Üt, by R-Bag : Brilliant clown show every Thursday, Friday, Saturday night at tiny Théâtre Clavel, metro station Pyrénées. Excellent music, laughs for everyone, for kids, for grownups, and most importantly even for people without a word of French. Buy a ticket or pay upon liking, on your way out! Until Dec. 29th.
The Time Out Paris hot list
The 10 biggest and best things happening in Paris this week
Read on for our guide to the week's coolest events and most interesting venues. If you manage to tick off all ten, head back to our home page for daily updates on the best restaurants, cultural events, nightlife, and whatever else Paris manages to think up before our next Hot List is published on Monday.
The best things to see and do in Paris this week
Catering to your sweet tooth, your tea, your lunch and your reading needs, Une Souris et des Hommes (Of Mice and Men) was set up by a team of three Parisians in 2014. IT experts Damien and Régis left their computers behind to turn to baking, and Inès started kneading dough after finishing her political science studies. After training up with renowned chefs at Le Nôtre and Café Pouchkine, the trio started up their own business. Jazz plays in the bright tearoom and a book corner is full of browsing material. Weekend brunches will set you back €25 and include a hot drink, freshly-pressed orange or grapefruit juice, pastries and toast with homemade jams and spread...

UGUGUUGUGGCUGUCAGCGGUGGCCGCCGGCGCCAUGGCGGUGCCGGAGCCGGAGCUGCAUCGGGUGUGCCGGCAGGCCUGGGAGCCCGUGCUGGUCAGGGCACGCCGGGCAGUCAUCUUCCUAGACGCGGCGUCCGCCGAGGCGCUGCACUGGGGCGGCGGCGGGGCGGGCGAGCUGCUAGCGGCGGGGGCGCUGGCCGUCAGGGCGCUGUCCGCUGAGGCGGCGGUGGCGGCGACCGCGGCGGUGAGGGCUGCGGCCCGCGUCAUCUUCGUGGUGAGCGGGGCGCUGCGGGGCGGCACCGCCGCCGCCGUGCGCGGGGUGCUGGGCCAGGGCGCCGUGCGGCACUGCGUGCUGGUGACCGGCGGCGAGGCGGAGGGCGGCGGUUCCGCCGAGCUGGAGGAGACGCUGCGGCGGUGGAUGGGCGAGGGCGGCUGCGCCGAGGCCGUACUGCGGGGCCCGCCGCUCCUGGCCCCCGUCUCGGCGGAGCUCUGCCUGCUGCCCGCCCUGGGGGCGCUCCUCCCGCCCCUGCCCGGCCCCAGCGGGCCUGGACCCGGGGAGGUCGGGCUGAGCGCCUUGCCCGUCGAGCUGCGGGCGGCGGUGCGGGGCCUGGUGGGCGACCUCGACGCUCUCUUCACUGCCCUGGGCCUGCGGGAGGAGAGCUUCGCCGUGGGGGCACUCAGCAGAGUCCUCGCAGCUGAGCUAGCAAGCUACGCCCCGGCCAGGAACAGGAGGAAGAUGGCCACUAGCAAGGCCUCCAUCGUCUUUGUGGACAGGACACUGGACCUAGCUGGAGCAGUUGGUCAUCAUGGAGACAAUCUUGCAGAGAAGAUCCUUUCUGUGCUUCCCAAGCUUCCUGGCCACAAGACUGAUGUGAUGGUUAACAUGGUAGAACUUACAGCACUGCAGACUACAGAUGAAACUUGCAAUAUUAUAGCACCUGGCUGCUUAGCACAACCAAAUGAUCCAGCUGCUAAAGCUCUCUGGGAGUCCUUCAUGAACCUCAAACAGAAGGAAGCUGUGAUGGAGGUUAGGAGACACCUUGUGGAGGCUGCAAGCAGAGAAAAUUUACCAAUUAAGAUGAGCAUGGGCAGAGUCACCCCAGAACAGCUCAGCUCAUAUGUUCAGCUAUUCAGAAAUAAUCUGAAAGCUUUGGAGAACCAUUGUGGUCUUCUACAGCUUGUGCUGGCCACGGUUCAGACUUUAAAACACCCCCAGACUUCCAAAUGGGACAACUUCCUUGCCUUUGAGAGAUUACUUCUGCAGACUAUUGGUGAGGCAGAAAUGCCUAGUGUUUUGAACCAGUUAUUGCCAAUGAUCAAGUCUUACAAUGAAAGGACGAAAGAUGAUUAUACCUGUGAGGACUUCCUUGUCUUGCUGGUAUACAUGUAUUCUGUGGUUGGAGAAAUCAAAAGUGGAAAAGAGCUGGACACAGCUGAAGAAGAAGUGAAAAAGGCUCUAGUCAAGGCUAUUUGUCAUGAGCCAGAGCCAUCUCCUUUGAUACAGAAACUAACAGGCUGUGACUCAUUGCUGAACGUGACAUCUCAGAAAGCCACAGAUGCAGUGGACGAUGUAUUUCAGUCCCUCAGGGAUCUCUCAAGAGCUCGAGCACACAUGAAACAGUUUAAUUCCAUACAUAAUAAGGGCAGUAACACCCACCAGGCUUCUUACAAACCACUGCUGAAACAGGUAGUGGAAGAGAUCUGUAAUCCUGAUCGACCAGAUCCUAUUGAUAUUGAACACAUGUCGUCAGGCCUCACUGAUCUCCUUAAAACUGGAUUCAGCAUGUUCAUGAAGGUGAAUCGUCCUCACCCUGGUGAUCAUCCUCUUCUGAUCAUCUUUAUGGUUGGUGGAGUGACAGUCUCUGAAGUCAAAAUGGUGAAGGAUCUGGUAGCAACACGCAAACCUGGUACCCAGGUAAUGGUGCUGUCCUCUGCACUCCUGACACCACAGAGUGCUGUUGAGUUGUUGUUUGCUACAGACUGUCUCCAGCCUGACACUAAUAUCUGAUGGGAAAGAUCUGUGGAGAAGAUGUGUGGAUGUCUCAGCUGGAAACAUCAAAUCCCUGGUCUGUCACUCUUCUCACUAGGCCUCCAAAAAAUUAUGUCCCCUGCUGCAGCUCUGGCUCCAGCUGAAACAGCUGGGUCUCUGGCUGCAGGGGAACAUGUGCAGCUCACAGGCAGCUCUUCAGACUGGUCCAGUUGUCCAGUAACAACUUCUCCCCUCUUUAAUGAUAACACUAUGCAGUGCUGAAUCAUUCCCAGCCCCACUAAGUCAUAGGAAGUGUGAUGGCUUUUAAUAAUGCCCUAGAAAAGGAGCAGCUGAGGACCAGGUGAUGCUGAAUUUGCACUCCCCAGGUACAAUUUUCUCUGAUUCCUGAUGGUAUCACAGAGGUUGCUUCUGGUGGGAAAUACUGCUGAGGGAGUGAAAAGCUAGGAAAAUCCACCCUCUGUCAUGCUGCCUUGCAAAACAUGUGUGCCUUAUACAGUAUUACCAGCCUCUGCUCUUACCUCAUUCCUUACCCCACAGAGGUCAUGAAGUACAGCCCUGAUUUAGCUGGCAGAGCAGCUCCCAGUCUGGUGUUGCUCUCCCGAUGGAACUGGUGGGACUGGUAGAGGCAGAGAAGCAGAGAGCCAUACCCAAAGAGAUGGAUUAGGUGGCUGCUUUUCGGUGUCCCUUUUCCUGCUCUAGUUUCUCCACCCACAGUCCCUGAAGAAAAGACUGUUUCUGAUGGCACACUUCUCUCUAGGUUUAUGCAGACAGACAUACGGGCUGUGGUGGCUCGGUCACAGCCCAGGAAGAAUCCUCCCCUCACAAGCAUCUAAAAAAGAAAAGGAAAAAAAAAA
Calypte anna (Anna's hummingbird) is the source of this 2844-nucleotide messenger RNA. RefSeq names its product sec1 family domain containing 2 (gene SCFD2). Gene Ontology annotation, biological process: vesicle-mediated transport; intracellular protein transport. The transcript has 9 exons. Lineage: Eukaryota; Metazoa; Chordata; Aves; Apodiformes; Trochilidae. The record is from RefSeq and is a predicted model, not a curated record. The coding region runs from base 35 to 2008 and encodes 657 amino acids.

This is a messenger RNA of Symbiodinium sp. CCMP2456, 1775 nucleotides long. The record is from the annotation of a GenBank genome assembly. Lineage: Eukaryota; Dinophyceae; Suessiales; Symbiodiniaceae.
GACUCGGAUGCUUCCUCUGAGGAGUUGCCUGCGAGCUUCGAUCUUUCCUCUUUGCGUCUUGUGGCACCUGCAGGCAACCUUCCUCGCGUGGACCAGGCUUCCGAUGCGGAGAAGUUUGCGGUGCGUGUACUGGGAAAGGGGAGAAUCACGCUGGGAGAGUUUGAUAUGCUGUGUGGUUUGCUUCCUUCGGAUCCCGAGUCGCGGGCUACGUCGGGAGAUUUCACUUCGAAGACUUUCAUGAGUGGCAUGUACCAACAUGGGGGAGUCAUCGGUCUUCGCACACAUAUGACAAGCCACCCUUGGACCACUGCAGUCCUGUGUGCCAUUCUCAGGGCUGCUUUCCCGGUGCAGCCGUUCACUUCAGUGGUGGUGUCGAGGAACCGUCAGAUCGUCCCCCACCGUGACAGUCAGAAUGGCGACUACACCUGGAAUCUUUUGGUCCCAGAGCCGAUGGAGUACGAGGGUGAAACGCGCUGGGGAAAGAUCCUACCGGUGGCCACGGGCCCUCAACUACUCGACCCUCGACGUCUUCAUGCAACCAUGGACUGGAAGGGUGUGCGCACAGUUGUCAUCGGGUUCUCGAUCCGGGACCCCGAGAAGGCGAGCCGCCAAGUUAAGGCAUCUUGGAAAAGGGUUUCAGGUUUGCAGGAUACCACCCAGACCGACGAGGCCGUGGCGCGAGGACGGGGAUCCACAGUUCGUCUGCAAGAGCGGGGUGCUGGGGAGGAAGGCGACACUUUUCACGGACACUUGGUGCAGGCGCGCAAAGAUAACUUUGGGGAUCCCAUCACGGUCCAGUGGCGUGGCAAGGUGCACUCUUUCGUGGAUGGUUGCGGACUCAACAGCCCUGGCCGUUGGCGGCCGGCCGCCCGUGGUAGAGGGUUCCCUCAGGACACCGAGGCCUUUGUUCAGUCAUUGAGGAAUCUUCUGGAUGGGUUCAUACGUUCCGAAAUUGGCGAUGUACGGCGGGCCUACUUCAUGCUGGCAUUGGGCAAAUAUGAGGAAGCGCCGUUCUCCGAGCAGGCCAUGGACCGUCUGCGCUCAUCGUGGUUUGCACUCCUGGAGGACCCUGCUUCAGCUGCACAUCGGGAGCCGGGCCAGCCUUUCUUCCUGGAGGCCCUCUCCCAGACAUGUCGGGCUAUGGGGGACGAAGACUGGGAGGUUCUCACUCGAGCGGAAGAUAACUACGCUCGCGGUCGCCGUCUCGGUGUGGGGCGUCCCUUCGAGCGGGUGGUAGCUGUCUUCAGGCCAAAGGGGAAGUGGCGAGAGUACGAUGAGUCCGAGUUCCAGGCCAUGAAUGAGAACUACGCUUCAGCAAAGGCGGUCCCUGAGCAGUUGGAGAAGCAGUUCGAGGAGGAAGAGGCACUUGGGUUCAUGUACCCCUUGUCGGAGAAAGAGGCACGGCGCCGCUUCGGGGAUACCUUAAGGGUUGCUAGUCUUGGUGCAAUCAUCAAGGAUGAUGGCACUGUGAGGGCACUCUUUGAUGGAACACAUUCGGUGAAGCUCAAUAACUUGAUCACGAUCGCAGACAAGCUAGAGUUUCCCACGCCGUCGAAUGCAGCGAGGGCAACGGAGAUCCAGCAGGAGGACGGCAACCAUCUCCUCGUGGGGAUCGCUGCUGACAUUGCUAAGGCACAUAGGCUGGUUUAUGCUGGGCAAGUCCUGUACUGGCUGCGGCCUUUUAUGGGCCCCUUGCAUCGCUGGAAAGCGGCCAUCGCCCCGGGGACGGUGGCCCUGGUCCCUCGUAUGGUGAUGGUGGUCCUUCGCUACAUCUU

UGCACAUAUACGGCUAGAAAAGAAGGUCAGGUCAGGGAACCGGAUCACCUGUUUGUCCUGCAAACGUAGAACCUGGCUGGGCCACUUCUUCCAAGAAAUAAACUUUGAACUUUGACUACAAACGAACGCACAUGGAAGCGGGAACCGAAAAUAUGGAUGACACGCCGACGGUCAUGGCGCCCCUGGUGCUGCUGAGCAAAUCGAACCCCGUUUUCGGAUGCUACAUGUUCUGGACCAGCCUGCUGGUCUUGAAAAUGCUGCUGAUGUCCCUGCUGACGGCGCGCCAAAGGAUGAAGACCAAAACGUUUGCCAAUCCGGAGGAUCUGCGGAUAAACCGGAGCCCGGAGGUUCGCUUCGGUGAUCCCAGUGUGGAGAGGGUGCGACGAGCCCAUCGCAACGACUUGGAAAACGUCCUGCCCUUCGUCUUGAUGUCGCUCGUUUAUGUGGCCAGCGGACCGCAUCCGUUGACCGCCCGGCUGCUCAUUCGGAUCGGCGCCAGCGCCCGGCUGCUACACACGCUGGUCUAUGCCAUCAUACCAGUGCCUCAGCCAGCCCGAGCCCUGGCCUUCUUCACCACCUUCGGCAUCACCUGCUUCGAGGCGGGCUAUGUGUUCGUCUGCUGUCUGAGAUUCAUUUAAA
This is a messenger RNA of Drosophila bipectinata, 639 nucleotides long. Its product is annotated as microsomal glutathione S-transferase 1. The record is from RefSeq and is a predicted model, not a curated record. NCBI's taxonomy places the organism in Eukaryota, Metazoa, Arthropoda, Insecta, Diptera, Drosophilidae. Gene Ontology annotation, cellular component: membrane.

- 17 rue de Maubeuge, 9e
‘Vu du Front’ provides insight to the First World War as witnessed by those who suffered it first hand – the soldiers who were also artists, photographers, sketchers and film writers. Despite the horrors of the wartime experience, those living through it felt compelled to bear witness ‒ to the point of hand-making their own cameras, sketching on old scraps of paper, or even painting on bones. Although amateur photography was forbidden on the front by the state, hundreds of images were captured anyway. This exhibition is rich, precise and instructive...
Rachel is the force behind Rachel's Cakes, which for years has been providing Parisian restaurants with unrivalled cheesecakes, bagels, buns and other pastries. Acclaimed for her baking all over the city, in autumn 2014 Rachel stepped out of the shadows and into the spotlight, opening up her very own restaurant serving updated versions of classic American diner dishes. Pickles, pecans, blue cheeses, pastrami, Oreos, smoked sweetcorn, relish, pulled pork, Black Angus ribs, bacon, and even vegetables coated in maple syrup and bourbon...